Ken

Share this post


Link to post
Share on other sites
Perhaps an example of not using isset might help...

[code]
<?php
$var = $_POST['var'];
if(empty($var){
echo 'You did not provide any data';
}else{
echo "You variable was $var";
}
?>
<form action="page.php method="post>
<input type="text name="var" /><br />
<input type="submit" name="submitbutton" />
</form>
[/code]

If you try that, then the first time you visit the page, [b]before[/b] you have submitted the form, you will get 'You did not provide any data', which is obviously undesirable because it may confuse the user because they havn't tried to provide the data as yet.

Also, if you consider the if statement to be:
[code]
<?php
if(empty($var){
echo 'You did not provide any data';
exit;
}
?>
[/code]

Then the script would also exit, meaning the user would never ever see the form. So, by putting isset() back in, we fix all of this:


[code]
<?php
if(isset($_POST['submitbutton']){
$var = $_POST['var'];
if(empty($var){
echo 'You did not provide any data';
}else{
echo "You variable was $var";
}
}
?>
<form action="page.php method="post>
<input type="text name="var" /><br />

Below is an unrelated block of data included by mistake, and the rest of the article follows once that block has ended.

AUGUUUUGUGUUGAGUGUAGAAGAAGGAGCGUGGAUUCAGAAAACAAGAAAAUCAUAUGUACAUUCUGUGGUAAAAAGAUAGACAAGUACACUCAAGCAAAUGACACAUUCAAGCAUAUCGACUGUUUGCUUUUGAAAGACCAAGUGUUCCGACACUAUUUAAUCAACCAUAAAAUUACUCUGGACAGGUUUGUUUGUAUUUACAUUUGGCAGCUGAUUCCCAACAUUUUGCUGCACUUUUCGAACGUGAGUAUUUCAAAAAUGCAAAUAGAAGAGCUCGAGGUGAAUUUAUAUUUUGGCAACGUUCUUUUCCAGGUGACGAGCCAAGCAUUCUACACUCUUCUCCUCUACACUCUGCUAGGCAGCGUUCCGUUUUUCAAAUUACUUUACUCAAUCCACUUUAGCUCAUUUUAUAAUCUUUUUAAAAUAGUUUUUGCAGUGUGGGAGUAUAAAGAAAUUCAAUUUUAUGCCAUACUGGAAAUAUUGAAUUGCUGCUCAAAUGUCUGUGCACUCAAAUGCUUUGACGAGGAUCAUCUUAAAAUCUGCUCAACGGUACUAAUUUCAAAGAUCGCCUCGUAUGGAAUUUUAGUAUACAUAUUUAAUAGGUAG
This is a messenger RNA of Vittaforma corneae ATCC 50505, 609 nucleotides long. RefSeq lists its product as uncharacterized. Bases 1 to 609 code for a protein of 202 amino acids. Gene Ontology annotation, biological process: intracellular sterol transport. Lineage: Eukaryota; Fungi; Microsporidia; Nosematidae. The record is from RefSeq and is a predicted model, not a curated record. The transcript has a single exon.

<input type="submit" name="submitbutton" />
</form>
[/code]

Hope that helps :)

Share this post


Link to post
Share on other sites
This is awesome, it is finally making some sense to me...... you explain it very well!!! Have you considered writing a tutorial on basics like this?

In the first example, with no isset() the page would display and exit as soon as you load it, not giving you the opportunity to input any data, hence the isset processes the data once you press the submit button..... this is awesome, as I can finally start to understand it..... I am excited, as stupid as that may sound!!

Share this post


Link to post
Share on other sites
No problem. And one further note, from looking at your other post.

you can also use isset() in the following way:

[code]
<?php
//all your php code here
if(!isset($_POST['submitbutton']))//note the !
{
?>
show form
<?php
}
?>
[/code]

By doing this, you would only show the form if it has not been submitted. Sometimes this is desirable, othertimes it is not. So the use of it would depend on the situation.

Share this post


Link to post
Share on other sites
and that is how my other form is set up, so that would mean that it is automatically being submitted, as soon as you load the form..........

Share this post


Link to post
Share on other sites
No, your other form is set up fine. Because when you first load the page, the form has not been submitted. Therefore the contents inside the curly braces after this line

if(!isset($_POST['submitbutton']))

Are still executed, because the form has not been submitted.

Share this post


Link to post
Share on other sites

×

Important Information

We have placed cookies on your device to help make this website better. You can adjust your cookie settings, otherwise we'll assume you're okay to continue.